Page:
Because of the lack of openness and transparency in the operations of BRI, some of those countries that initially joined BRI enthusiastically and received loans for their ports and highway projects are now realizing their mistakes. The case of Hambantota port is Sri Lanka is a glaring example. This project saddled the island country with a mammoth debt of $8 billion. Pakistan’s debt crisis is also looming large on the account of CPEC.
We must remember that it is the state-owned companies of China that execute BRI projects. But the images of those companies are often questionable for the way they try to politically influence leaders and even foreign policy of concerned countries. Such practices are more common in poor countries that receive loans for connectivity projects without thinking much about their implications.
As these harsh realities are slowly coming to the fore, Laos wants to renegotiate its rail project with China. Myanmar is also in the process of renegotiating certain projects. The European Union has conducted an investigation in the proposed high-speed Belgrade-Budapest railway even before construction begins.
In such a situation, China has reasons to be disappointed after India boycotted BRI conference in Beijing. India matters a lot for China as it is on the verge of emerging as one of the global powers. India is the fastest growing economy in the world, with a middle-class population of over 300 million and a huge youth population, who are also a source of cheap labor.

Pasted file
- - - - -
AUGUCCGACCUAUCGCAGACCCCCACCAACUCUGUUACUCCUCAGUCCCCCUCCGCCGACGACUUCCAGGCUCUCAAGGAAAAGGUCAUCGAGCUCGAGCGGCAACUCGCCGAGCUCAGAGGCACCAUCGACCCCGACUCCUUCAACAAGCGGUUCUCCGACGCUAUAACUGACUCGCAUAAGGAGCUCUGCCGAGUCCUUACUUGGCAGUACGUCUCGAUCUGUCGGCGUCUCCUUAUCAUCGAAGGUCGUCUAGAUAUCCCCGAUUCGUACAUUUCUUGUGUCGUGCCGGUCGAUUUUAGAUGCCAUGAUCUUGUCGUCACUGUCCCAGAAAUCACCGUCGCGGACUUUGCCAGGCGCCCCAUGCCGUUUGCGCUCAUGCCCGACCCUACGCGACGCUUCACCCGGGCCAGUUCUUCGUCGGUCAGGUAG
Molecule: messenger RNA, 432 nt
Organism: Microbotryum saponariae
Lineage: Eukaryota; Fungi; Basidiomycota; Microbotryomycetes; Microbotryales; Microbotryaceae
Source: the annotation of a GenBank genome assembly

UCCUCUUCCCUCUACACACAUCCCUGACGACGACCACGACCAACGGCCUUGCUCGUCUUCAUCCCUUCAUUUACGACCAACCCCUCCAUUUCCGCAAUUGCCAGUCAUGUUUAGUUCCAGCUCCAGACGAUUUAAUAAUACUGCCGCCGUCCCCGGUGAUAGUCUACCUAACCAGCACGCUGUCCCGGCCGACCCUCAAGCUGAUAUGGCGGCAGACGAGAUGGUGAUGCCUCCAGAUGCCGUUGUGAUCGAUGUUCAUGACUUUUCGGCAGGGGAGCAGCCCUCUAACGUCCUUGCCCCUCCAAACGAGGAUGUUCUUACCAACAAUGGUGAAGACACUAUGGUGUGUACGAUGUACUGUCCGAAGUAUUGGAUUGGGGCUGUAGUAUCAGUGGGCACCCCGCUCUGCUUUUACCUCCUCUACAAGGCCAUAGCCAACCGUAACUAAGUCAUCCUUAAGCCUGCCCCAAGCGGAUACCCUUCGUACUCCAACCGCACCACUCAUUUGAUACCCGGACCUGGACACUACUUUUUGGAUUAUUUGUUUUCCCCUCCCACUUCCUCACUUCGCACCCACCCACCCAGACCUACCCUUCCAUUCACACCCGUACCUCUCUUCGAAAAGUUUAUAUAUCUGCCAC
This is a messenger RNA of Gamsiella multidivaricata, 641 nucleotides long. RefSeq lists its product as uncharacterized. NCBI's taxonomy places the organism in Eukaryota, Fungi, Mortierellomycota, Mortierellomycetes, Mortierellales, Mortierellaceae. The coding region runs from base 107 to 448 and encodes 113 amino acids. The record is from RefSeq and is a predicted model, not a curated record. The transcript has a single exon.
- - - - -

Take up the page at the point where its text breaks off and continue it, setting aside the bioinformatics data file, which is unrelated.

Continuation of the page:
There could also be apprehension in China if it loses potential benefits of penetrating the sizable Indian markets. What would happen if India takes a hard stand and reduces its imports from China and that too at a time when economic growth in China has been slowest in last quarter century? In 2015-16, India had a huge trade deficit with China, to the extent of US $52.7, which accounted for 41 percent of India’s total trade deficit of $130 billion.